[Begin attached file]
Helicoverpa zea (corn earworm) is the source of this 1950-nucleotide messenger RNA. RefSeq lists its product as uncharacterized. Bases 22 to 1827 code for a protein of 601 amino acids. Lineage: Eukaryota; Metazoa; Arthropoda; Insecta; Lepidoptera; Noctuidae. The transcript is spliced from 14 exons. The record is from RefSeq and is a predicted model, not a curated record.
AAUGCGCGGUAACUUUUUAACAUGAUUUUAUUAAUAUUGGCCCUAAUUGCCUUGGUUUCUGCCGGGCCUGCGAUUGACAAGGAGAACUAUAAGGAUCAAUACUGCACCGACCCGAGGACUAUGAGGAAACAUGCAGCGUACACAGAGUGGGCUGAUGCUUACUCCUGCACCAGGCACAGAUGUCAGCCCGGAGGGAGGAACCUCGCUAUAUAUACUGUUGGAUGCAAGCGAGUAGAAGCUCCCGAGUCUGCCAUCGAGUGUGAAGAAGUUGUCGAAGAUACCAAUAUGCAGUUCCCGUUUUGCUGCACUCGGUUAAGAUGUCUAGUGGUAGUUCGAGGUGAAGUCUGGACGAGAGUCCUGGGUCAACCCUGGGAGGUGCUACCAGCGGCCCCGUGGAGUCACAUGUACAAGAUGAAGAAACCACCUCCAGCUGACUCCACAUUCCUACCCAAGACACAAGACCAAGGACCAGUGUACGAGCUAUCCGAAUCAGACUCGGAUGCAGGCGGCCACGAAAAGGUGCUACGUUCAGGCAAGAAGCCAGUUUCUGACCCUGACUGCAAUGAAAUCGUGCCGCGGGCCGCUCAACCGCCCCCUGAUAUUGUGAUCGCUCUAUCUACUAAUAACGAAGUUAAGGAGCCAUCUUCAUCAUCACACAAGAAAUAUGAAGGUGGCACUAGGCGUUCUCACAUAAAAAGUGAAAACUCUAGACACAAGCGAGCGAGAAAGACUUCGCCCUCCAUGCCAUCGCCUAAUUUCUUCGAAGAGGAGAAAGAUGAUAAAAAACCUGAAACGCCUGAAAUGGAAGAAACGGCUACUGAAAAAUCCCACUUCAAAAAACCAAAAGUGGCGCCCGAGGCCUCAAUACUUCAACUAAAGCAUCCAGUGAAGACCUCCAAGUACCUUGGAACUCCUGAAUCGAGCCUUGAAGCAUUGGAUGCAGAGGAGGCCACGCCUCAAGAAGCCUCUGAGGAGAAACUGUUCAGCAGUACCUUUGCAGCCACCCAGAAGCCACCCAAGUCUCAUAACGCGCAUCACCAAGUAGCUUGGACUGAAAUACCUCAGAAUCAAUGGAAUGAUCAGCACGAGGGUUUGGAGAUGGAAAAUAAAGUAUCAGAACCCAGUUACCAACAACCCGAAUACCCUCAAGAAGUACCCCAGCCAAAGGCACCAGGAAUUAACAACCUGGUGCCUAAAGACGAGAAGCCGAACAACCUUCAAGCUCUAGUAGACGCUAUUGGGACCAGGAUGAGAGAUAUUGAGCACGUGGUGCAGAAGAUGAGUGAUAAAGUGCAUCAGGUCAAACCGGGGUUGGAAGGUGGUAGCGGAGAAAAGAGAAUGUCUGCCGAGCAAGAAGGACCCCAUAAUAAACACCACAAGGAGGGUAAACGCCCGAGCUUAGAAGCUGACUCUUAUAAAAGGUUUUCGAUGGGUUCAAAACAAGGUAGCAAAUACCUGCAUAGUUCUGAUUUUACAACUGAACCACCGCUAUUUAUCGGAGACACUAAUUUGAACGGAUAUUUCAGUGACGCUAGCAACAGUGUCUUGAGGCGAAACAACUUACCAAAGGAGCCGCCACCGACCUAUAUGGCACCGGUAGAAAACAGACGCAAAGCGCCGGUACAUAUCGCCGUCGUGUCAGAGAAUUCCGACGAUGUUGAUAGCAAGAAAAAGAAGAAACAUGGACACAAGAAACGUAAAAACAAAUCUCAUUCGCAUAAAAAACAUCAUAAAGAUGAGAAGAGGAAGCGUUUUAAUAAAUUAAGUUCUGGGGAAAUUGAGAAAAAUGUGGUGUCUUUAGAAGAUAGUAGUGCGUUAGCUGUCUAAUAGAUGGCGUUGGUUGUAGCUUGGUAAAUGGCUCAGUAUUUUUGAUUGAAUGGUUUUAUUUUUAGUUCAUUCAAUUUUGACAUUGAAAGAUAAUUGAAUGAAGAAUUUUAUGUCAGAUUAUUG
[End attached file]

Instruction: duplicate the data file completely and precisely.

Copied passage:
Helicoverpa zea (corn earworm) is the source of this 1950-nucleotide messenger RNA. RefSeq lists its product as uncharacterized. Bases 22 to 1827 code for a protein of 601 amino acids. Lineage: Eukaryota; Metazoa; Arthropoda; Insecta; Lepidoptera; Noctuidae. The transcript is spliced from 14 exons. The record is from RefSeq and is a predicted model, not a curated record.
AAUGCGCGGUAACUUUUUAACAUGAUUUUAUUAAUAUUGGCCCUAAUUGCCUUGGUUUCUGCCGGGCCUGCGAUUGACAAGGAGAACUAUAAGGAUCAAUACUGCACCGACCCGAGGACUAUGAGGAAACAUGCAGCGUACACAGAGUGGGCUGAUGCUUACUCCUGCACCAGGCACAGAUGUCAGCCCGGAGGGAGGAACCUCGCUAUAUAUACUGUUGGAUGCAAGCGAGUAGAAGCUCCCGAGUCUGCCAUCGAGUGUGAAGAAGUUGUCGAAGAUACCAAUAUGCAGUUCCCGUUUUGCUGCACUCGGUUAAGAUGUCUAGUGGUAGUUCGAGGUGAAGUCUGGACGAGAGUCCUGGGUCAACCCUGGGAGGUGCUACCAGCGGCCCCGUGGAGUCACAUGUACAAGAUGAAGAAACCACCUCCAGCUGACUCCACAUUCCUACCCAAGACACAAGACCAAGGACCAGUGUACGAGCUAUCCGAAUCAGACUCGGAUGCAGGCGGCCACGAAAAGGUGCUACGUUCAGGCAAGAAGCCAGUUUCUGACCCUGACUGCAAUGAAAUCGUGCCGCGGGCCGCUCAACCGCCCCCUGAUAUUGUGAUCGCUCUAUCUACUAAUAACGAAGUUAAGGAGCCAUCUUCAUCAUCACACAAGAAAUAUGAAGGUGGCACUAGGCGUUCUCACAUAAAAAGUGAAAACUCUAGACACAAGCGAGCGAGAAAGACUUCGCCCUCCAUGCCAUCGCCUAAUUUCUUCGAAGAGGAGAAAGAUGAUAAAAAACCUGAAACGCCUGAAAUGGAAGAAACGGCUACUGAAAAAUCCCACUUCAAAAAACCAAAAGUGGCGCCCGAGGCCUCAAUACUUCAACUAAAGCAUCCAGUGAAGACCUCCAAGUACCUUGGAACUCCUGAAUCGAGCCUUGAAGCAUUGGAUGCAGAGGAGGCCACGCCUCAAGAAGCCUCUGAGGAGAAACUGUUCAGCAGUACCUUUGCAGCCACCCAGAAGCCACCCAAGUCUCAUAACGCGCAUCACCAAGUAGCUUGGACUGAAAUACCUCAGAAUCAAUGGAAUGAUCAGCACGAGGGUUUGGAGAUGGAAAAUAAAGUAUCAGAACCCAGUUACCAACAACCCGAAUACCCUCAAGAAGUACCCCAGCCAAAGGCACCAGGAAUUAACAACCUGGUGCCUAAAGACGAGAAGCCGAACAACCUUCAAGCUCUAGUAGACGCUAUUGGGACCAGGAUGAGAGAUAUUGAGCACGUGGUGCAGAAGAUGAGUGAUAAAGUGCAUCAGGUCAAACCGGGGUUGGAAGGUGGUAGCGGAGAAAAGAGAAUGUCUGCCGAGCAAGAAGGACCCCAUAAUAAACACCACAAGGAGGGUAAACGCCCGAGCUUAGAAGCUGACUCUUAUAAAAGGUUUUCGAUGGGUUCAAAACAAGGUAGCAAAUACCUGCAUAGUUCUGAUUUUACAACUGAACCACCGCUAUUUAUCGGAGACACUAAUUUGAACGGAUAUUUCAGUGACGCUAGCAACAGUGUCUUGAGGCGAAACAACUUACCAAAGGAGCCGCCACCGACCUAUAUGGCACCGGUAGAAAACAGACGCAAAGCGCCGGUACAUAUCGCCGUCGUGUCAGAGAAUUCCGACGAUGUUGAUAGCAAGAAAAAGAAGAAACAUGGACACAAGAAACGUAAAAACAAAUCUCAUUCGCAUAAAAAACAUCAUAAAGAUGAGAAGAGGAAGCGUUUUAAUAAAUUAAGUUCUGGGGAAAUUGAGAAAAAUGUGGUGUCUUUAGAAGAUAGUAGUGCGUUAGCUGUCUAAUAGAUGGCGUUGGUUGUAGCUUGGUAAAUGGCUCAGUAUUUUUGAUUGAAUGGUUUUAUUUUUAGUUCAUUCAAUUUUGACAUUGAAAGAUAAUUGAAUGAAGAAUUUUAUGUCAGAUUAUUG